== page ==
Safety features include standard front airbags, hill start assist, traction and stability control, and antilock disc brakes. The Wrangler was awarded the Insurance Institute of Highway Safety’s highest rating of “Good” in moderate-overlap frontal-offset impact tests.
So, these are just a few of the latest specs on the 2015 model year. But, depending on how far back you want to go, there are some extraordinary Jeep Wranglers from earlier generations that are worth a look.
The Jeep Wrangler 2007-2010 Generation, AKA, the JKs
No, not JK as in “just kidding.” There is no kidding when it comes to the serious capability of these Wranglers.
The Wrangler “JK” moniker doesn’t officially stand for anything, but ask any Jeep lover and he or she will tell you that JK obviously means “Jeep King.”
The 2007 model year two-door Jeep Wrangler was introduced at the 2006 Detroit Auto Show, alongside its four-door Unlimited counterpart. These models come equipped with a standard 3.8-liter V6 engine able to get 202 horsepower, with a standard six-speed manual or optional four-speed automatic transmission.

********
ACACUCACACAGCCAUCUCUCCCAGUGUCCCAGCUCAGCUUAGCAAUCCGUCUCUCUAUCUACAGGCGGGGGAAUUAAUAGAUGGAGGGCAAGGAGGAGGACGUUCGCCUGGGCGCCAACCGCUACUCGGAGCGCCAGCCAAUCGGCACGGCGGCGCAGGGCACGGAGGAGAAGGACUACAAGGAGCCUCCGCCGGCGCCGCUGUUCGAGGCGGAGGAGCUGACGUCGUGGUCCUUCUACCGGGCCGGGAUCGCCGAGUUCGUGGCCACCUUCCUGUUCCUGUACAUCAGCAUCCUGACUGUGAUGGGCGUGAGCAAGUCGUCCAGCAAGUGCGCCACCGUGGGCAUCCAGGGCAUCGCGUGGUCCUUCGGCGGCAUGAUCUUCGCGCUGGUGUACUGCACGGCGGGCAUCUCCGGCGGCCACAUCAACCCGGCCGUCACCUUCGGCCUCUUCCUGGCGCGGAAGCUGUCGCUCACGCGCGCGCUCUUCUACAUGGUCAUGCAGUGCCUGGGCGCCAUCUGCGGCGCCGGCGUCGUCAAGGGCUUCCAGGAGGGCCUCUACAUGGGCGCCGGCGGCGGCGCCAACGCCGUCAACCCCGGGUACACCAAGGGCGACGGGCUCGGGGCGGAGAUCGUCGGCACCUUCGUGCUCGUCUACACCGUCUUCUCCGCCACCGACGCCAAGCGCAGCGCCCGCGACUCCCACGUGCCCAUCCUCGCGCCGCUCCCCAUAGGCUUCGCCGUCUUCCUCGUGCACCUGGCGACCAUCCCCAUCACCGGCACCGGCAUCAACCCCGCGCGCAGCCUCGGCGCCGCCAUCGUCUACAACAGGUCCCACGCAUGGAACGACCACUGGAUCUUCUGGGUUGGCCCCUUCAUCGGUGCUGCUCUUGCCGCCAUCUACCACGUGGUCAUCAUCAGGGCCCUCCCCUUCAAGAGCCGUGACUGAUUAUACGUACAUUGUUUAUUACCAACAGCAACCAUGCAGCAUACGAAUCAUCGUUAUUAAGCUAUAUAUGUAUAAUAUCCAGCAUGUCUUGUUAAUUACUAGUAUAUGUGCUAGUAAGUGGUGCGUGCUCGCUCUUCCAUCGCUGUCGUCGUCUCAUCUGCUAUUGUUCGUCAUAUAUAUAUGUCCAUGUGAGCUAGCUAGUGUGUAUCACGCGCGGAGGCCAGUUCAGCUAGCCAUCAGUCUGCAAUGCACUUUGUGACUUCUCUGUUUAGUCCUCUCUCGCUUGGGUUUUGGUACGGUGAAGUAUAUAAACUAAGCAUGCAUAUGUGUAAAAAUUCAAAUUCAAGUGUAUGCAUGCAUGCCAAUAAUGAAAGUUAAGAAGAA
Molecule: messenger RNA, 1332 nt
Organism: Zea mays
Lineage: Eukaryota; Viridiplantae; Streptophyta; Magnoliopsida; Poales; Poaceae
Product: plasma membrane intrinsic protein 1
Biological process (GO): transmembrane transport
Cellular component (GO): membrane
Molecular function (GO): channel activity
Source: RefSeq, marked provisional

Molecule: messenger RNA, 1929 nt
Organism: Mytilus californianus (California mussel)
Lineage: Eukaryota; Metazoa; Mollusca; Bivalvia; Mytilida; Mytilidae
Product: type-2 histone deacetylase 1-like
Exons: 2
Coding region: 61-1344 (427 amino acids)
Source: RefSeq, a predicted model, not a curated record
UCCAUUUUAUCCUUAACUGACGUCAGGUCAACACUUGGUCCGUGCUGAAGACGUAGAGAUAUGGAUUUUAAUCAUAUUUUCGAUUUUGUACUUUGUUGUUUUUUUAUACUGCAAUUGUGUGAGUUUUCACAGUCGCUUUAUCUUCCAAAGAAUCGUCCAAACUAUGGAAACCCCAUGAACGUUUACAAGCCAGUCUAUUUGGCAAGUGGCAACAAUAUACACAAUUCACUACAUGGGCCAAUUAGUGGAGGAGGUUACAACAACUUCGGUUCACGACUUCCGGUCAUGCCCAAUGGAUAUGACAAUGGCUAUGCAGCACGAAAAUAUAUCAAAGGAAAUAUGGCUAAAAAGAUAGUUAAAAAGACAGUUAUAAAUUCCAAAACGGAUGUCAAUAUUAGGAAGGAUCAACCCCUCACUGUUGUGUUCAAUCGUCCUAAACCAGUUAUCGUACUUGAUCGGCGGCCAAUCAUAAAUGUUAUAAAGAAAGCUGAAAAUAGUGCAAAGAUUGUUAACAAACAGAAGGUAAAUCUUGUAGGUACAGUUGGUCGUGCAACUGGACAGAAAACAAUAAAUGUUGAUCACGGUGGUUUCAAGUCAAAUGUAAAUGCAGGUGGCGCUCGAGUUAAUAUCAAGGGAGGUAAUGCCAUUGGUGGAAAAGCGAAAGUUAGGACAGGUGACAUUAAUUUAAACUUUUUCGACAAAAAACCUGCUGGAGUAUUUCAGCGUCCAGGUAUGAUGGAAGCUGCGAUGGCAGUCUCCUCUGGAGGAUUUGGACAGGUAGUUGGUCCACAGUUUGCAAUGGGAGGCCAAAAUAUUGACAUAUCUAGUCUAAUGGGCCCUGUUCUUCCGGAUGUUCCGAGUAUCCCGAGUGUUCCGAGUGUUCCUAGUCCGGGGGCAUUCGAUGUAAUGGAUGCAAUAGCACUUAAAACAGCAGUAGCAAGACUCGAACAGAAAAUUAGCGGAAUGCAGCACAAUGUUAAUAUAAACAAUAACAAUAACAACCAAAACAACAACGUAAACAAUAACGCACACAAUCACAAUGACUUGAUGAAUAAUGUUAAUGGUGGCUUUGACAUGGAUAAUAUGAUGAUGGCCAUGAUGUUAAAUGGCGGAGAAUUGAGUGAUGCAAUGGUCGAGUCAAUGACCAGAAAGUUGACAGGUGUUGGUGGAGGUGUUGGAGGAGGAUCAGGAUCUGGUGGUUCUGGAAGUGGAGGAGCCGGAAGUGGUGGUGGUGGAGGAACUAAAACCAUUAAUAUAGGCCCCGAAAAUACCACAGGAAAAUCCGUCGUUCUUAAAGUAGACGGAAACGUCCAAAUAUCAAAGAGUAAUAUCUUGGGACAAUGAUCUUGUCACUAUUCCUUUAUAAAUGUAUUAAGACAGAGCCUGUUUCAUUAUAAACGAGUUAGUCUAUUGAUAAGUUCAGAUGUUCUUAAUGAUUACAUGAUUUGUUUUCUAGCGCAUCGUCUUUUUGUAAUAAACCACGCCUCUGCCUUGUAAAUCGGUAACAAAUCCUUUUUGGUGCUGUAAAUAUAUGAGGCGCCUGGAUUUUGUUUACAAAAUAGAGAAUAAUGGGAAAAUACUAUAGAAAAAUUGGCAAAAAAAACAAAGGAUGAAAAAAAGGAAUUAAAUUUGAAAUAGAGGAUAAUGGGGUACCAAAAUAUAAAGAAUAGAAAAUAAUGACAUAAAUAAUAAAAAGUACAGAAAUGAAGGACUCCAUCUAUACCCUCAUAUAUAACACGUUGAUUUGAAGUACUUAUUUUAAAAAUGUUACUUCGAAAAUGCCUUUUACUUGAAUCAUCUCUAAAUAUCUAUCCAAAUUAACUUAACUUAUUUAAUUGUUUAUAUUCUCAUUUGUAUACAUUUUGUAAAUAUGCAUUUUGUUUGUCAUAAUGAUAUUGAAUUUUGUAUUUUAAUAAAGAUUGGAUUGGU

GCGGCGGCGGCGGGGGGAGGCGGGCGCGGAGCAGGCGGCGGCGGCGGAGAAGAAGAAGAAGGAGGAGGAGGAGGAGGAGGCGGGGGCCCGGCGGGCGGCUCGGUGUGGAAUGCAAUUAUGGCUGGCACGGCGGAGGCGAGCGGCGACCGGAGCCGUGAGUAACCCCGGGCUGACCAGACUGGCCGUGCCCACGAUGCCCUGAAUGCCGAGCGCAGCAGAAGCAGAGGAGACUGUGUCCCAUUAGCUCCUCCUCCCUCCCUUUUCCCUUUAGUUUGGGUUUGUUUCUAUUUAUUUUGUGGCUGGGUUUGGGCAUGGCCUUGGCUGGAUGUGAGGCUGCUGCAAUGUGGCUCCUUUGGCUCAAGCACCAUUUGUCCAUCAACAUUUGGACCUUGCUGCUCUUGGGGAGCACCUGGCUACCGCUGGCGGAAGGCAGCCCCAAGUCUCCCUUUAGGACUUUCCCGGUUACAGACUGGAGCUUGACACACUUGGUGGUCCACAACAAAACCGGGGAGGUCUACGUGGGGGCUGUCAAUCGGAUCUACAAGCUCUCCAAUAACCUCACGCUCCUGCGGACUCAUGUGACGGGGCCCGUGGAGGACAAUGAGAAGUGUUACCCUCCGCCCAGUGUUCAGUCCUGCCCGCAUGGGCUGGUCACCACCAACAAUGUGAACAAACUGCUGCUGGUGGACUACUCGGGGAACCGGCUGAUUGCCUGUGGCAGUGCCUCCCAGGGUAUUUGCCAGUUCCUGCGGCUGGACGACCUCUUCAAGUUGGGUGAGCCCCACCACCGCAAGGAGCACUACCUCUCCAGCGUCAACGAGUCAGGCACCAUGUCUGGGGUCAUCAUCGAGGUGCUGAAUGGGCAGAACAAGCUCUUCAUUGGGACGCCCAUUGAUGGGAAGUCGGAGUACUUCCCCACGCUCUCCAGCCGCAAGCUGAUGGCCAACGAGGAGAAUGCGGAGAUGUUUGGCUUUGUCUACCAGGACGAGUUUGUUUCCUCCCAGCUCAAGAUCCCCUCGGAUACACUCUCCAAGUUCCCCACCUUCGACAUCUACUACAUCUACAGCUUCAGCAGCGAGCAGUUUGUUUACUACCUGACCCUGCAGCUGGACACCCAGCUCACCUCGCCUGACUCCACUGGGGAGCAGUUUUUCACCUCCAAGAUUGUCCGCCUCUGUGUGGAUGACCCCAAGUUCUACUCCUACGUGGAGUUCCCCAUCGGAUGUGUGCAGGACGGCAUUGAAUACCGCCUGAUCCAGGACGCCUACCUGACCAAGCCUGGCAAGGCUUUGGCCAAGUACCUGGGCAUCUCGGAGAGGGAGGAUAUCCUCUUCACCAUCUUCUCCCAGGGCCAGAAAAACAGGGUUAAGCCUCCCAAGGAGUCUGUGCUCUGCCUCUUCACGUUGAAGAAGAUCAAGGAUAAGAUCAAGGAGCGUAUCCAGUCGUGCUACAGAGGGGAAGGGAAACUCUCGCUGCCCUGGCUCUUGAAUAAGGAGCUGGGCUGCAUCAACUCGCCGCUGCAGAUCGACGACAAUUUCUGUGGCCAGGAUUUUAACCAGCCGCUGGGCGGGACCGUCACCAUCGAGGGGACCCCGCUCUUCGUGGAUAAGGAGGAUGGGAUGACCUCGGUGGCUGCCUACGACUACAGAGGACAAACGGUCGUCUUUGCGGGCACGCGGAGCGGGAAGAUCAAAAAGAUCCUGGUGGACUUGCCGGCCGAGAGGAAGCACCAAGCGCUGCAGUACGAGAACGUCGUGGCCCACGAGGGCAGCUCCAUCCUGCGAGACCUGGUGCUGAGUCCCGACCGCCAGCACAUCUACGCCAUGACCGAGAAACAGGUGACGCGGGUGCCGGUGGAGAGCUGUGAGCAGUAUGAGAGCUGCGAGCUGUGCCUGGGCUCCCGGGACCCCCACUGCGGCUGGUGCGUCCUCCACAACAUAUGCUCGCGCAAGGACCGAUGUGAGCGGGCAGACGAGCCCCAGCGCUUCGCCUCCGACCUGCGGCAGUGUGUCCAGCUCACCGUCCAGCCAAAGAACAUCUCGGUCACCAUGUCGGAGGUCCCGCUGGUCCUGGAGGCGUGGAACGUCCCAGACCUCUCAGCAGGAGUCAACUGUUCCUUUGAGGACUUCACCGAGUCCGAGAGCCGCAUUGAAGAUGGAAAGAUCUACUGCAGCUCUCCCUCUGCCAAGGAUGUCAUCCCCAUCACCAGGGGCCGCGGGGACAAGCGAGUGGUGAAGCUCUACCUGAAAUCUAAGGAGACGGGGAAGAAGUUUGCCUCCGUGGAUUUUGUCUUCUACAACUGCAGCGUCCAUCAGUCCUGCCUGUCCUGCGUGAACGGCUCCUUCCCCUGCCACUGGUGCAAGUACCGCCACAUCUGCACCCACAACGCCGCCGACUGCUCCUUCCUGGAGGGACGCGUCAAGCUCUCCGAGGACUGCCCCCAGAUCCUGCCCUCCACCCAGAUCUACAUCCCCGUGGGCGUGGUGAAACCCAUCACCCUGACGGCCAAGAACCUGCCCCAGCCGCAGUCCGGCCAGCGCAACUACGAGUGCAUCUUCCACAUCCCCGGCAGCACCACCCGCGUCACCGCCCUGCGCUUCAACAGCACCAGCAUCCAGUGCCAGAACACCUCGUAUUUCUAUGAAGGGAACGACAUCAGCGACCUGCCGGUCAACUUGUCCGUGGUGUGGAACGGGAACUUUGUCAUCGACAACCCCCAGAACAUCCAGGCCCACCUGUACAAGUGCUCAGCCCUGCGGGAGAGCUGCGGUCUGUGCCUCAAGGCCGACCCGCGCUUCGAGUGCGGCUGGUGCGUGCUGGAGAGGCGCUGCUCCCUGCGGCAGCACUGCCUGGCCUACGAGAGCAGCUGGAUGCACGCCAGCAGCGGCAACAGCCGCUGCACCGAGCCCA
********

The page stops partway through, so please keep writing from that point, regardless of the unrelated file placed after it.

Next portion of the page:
This generation of Wranglers came available in three trim choices and two body styles. While the signature Jeep soft-top came standard, drivers could opt for the hard top, which was constructed of three durable pieces.
Of the three trims, the Rubicon remains a favorite today, especially for off-road adventures, and is routinely cited for its outstanding resale value. But, the X and Sahara lines were popular as well.
Equipment on the Rubicon includes 31-inch tires, standard electronic front and rear axles, an extra low range transfer case, locking differentials, and electronic sway bar disconnect system.
This was the first generation of Wranglers to be more computer-savvy and technologically driven, particularly with respect to stability control, which featured for the first time on this competitive crew.
The 2009 model year marked the implementation of Hill Start Assist in Wrangler models.